21. A polymer as claimed in claim 20 wherein the poly(organohydrosiloxane) has the general formula: ##STR5## wherein R is a substituted or unsubstituted, saturated alkyl radical or a substituted or unsubstituted phenyl radical, and about 5% to about 50% of the R's are hydrogen and m is an integer from about 5 to 40%.
22. A polymer as claimed in claim 21 which is a cross-linked, thermoset polymer.
23. A polymer as claimed in claim 21 wherein the polycyclic polyenes are selected from the group consisting of dicyclopentadiene and cyclopentadiene trimer.
24. A polymer as claimed in claim 21 wherein the polycyclic polyenes are selected from dicyclopentadiene.
Description

This is continuation-in-part of application Ser. No. 07/028,430, filed Mar. 20, 1987, by Patrick J. Cowan for "Cross-linked Organosiloxane Polymers", now abandoned.

This invention relates to cross-linked or cross-linkable poly(organosiloxanes).

It has been known for quite some time that compounds containing the hydrosilane (i.e., .tbd.Si--H) functional group can be reacted with alkenes containing vinyl (terminal) unsaturation to form alkyl silanes. The simplest example of this reaction is the addition of ethylene to trichlorosilane to form ethyl trichlorosilane. This exothermic reaction is catalyzed by platinum halide compounds and proceeds readily to virtually 100% conversion.

This reaction, known.as the hydrosilation reaction, has been effective with a large number of vinyl compounds. Likewise, other silanes, such as dialkyl silanes, halo-alkyl silanes and alkoxy silanes, have been found to undergo this reaction so long as they possess the requisite .tbd.Si--H group.

The hydrosilation reaction has been used with difunctional linear siloxanes to build up long chain siloxanes. For example, U.S. Pat. No 3,410,886 teaches reacting a hydroterminated trisiloxane with a vinyl-terminated trisiloxane to form a linear compound containing six silicon atoms. U.S. Pat. Nos.3,220,972 and 3,271,362 teach that a compound containing both hydrogen-silicon linkages and aliphatic unsaturation can react with itself.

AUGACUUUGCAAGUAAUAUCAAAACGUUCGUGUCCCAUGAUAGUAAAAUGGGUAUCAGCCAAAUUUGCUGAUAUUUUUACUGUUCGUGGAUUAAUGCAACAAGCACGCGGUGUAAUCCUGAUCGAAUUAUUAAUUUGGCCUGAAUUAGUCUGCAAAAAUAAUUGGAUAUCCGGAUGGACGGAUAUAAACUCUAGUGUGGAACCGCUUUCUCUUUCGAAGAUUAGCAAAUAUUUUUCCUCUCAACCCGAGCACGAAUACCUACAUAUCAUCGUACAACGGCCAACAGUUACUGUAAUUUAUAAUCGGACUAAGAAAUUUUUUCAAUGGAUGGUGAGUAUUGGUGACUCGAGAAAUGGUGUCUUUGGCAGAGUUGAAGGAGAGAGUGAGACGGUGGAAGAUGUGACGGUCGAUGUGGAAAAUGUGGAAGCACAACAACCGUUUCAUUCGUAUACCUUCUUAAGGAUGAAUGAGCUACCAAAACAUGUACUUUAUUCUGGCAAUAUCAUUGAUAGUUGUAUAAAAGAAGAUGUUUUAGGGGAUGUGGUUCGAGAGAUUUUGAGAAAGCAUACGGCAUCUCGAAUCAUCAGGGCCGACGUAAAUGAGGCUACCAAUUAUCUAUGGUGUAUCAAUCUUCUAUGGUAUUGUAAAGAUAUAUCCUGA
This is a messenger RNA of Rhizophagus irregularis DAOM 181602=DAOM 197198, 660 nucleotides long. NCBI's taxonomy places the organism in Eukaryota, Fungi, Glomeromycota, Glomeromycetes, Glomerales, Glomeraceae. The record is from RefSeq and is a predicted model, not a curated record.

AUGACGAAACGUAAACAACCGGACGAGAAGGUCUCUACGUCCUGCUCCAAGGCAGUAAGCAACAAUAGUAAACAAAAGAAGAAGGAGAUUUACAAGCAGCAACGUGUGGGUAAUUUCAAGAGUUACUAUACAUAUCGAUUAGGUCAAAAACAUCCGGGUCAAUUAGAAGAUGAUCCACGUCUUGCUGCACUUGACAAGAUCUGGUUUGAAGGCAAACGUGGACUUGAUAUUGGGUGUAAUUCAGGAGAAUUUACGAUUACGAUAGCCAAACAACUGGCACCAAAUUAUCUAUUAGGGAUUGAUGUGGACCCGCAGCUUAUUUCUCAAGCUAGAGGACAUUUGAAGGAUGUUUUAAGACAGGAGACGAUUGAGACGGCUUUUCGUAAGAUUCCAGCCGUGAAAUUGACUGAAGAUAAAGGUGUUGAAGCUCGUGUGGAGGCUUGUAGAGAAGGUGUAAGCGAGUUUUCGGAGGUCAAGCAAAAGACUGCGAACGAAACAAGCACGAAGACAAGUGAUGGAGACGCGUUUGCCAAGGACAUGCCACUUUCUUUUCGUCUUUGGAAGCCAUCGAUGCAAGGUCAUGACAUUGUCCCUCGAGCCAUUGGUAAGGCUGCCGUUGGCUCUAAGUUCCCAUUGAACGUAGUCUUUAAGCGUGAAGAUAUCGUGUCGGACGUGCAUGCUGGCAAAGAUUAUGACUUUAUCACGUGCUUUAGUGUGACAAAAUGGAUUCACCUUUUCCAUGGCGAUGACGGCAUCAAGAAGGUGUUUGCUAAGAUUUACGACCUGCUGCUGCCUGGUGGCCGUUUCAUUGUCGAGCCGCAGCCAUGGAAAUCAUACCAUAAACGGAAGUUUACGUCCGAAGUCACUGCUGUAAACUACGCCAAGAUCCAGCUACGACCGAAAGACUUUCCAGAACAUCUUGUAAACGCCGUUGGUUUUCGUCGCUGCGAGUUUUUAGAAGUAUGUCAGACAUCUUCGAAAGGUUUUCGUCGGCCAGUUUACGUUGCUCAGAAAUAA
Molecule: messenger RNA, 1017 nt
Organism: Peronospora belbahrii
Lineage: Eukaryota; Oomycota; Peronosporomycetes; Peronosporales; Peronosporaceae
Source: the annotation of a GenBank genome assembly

A few instances have been reported in which polymerization takes place via reaction between compounds containing a vinyl silane (.tbd.Si--CH═CH2) group and a hydrosilane (.tbd.Si--H) group to form cross-linked polymers. Examples of this type of polymer are found in U.S. Pat. Nos. 3,197,432; 3,197,433; and 3,438,936. Each of these patents teaches the preparation of polymers from vinyl alkyl cyclotetrasiloxanes and alkyl cyclotetrasiloxanes containing 2 to 4 silanic hydrogen atoms.

A number of organosilicon polymers have been disclosed in the prior art, which are actually vinyl addition polymers modified with silicon-containing moieties. Polymerization takes place in some cases via conventional olefin polymerization routes without making use of the hydrosilation reaction. The silicon-containing moiety is then present as a polymer modifier. Examples of such polymerizations can be found in, e.g., U.S. Pat. Nos. 3,125,554; 3,375,236; 3,838,115; 3,920,714; and 3,929,850.

There is a need for high molecular weight organosilicon polymers that have outstanding physical, thermal and electrical properties and improved resistance to water. There is also a need for a method of preparing the aforesaid high molecular weight organosilicon polymers and of preparing shaped items therefrom.

According to the invention, a cross-linked or cross-linkable organohydrosiloxane polymer is characterized in that the organohydrosiloxane is a linear poly(organohydrosiloxane) having at least 30% of its .tbd.SiH groups reacted with hydrocarbon residues derived from polycyclic polyenes.

Preferably, poly(organohydrosiloxane) has the general formula: ##STR1## wherein R is a substituted or unsubstituted, saturated alkyl radical or a substituted or unsubstituted phenyl radical, and about 1% to about 50%, preferably 5 to about 50%, of the R's are hydrogen and m is an integer from about 5 to 1000, preferably 5 to 100, and the maximum value of m is desirably 40.